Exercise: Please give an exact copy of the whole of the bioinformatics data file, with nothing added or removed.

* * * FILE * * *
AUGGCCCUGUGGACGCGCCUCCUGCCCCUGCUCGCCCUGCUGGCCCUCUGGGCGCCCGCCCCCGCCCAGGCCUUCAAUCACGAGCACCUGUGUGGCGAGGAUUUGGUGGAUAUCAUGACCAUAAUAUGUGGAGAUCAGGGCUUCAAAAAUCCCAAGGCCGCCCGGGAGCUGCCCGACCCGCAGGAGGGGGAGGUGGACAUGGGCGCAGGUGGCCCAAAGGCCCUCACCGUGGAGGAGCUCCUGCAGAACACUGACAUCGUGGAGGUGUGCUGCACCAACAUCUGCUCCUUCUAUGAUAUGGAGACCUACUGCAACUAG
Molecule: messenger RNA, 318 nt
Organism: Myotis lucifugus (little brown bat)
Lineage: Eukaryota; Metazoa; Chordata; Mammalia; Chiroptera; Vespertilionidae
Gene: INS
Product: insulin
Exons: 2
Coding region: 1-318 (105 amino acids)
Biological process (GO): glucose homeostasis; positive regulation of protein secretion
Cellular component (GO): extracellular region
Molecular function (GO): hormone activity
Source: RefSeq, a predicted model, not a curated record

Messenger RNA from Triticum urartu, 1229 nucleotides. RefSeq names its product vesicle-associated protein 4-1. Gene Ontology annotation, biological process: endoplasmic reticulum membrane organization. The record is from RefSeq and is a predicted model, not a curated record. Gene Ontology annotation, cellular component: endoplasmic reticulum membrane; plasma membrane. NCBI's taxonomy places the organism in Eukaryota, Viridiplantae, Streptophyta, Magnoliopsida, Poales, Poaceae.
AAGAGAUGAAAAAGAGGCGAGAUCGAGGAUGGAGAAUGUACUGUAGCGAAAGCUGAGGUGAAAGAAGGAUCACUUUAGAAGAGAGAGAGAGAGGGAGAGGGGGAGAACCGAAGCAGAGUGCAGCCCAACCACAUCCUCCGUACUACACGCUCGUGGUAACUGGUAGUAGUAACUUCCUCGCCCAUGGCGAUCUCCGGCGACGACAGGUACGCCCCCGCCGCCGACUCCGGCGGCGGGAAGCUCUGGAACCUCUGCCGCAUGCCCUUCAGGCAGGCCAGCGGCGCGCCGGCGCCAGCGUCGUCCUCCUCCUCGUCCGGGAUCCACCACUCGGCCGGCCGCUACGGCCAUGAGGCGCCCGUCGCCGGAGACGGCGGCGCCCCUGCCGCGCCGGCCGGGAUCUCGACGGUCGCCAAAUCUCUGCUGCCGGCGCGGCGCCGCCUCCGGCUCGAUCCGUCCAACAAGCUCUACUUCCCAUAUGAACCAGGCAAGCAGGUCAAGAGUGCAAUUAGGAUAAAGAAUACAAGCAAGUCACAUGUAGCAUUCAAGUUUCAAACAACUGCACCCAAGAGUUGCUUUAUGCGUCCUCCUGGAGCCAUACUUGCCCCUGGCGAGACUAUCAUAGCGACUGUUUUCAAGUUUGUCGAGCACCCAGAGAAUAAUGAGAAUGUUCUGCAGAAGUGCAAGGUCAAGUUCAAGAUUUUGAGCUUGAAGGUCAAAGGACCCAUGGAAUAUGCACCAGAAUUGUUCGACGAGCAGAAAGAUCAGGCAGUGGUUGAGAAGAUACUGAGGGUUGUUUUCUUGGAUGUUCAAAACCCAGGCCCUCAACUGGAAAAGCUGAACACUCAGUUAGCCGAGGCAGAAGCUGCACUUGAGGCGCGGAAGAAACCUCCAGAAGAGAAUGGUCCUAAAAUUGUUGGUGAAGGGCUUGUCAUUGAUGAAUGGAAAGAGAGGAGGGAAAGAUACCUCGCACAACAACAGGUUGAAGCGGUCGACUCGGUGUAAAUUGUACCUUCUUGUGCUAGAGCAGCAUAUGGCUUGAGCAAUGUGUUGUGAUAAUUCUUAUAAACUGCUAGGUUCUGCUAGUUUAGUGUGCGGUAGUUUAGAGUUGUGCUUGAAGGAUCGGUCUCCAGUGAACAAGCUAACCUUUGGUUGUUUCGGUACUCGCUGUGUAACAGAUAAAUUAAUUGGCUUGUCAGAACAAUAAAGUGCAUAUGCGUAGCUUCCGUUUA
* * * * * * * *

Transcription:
AUGGCCCUGUGGACGCGCCUCCUGCCCCUGCUCGCCCUGCUGGCCCUCUGGGCGCCCGCCCCCGCCCAGGCCUUCAAUCACGAGCACCUGUGUGGCGAGGAUUUGGUGGAUAUCAUGACCAUAAUAUGUGGAGAUCAGGGCUUCAAAAAUCCCAAGGCCGCCCGGGAGCUGCCCGACCCGCAGGAGGGGGAGGUGGACAUGGGCGCAGGUGGCCCAAAGGCCCUCACCGUGGAGGAGCUCCUGCAGAACACUGACAUCGUGGAGGUGUGCUGCACCAACAUCUGCUCCUUCUAUGAUAUGGAGACCUACUGCAACUAG
Molecule: messenger RNA, 318 nt
Organism: Myotis lucifugus (little brown bat)
Lineage: Eukaryota; Metazoa; Chordata; Mammalia; Chiroptera; Vespertilionidae
Gene: INS
Product: insulin
Exons: 2
Coding region: 1-318 (105 amino acids)
Biological process (GO): glucose homeostasis; positive regulation of protein secretion
Cellular component (GO): extracellular region
Molecular function (GO): hormone activity
Source: RefSeq, a predicted model, not a curated record

Messenger RNA from Triticum urartu, 1229 nucleotides. RefSeq names its product vesicle-associated protein 4-1. Gene Ontology annotation, biological process: endoplasmic reticulum membrane organization. The record is from RefSeq and is a predicted model, not a curated record. Gene Ontology annotation, cellular component: endoplasmic reticulum membrane; plasma membrane. NCBI's taxonomy places the organism in Eukaryota, Viridiplantae, Streptophyta, Magnoliopsida, Poales, Poaceae.
AAGAGAUGAAAAAGAGGCGAGAUCGAGGAUGGAGAAUGUACUGUAGCGAAAGCUGAGGUGAAAGAAGGAUCACUUUAGAAGAGAGAGAGAGAGGGAGAGGGGGAGAACCGAAGCAGAGUGCAGCCCAACCACAUCCUCCGUACUACACGCUCGUGGUAACUGGUAGUAGUAACUUCCUCGCCCAUGGCGAUCUCCGGCGACGACAGGUACGCCCCCGCCGCCGACUCCGGCGGCGGGAAGCUCUGGAACCUCUGCCGCAUGCCCUUCAGGCAGGCCAGCGGCGCGCCGGCGCCAGCGUCGUCCUCCUCCUCGUCCGGGAUCCACCACUCGGCCGGCCGCUACGGCCAUGAGGCGCCCGUCGCCGGAGACGGCGGCGCCCCUGCCGCGCCGGCCGGGAUCUCGACGGUCGCCAAAUCUCUGCUGCCGGCGCGGCGCCGCCUCCGGCUCGAUCCGUCCAACAAGCUCUACUUCCCAUAUGAACCAGGCAAGCAGGUCAAGAGUGCAAUUAGGAUAAAGAAUACAAGCAAGUCACAUGUAGCAUUCAAGUUUCAAACAACUGCACCCAAGAGUUGCUUUAUGCGUCCUCCUGGAGCCAUACUUGCCCCUGGCGAGACUAUCAUAGCGACUGUUUUCAAGUUUGUCGAGCACCCAGAGAAUAAUGAGAAUGUUCUGCAGAAGUGCAAGGUCAAGUUCAAGAUUUUGAGCUUGAAGGUCAAAGGACCCAUGGAAUAUGCACCAGAAUUGUUCGACGAGCAGAAAGAUCAGGCAGUGGUUGAGAAGAUACUGAGGGUUGUUUUCUUGGAUGUUCAAAACCCAGGCCCUCAACUGGAAAAGCUGAACACUCAGUUAGCCGAGGCAGAAGCUGCACUUGAGGCGCGGAAGAAACCUCCAGAAGAGAAUGGUCCUAAAAUUGUUGGUGAAGGGCUUGUCAUUGAUGAAUGGAAAGAGAGGAGGGAAAGAUACCUCGCACAACAACAGGUUGAAGCGGUCGACUCGGUGUAAAUUGUACCUUCUUGUGCUAGAGCAGCAUAUGGCUUGAGCAAUGUGUUGUGAUAAUUCUUAUAAACUGCUAGGUUCUGCUAGUUUAGUGUGCGGUAGUUUAGAGUUGUGCUUGAAGGAUCGGUCUCCAGUGAACAAGCUAACCUUUGGUUGUUUCGGUACUCGCUGUGUAACAGAUAAAUUAAUUGGCUUGUCAGAACAAUAAAGUGCAUAUGCGUAGCUUCCGUUUA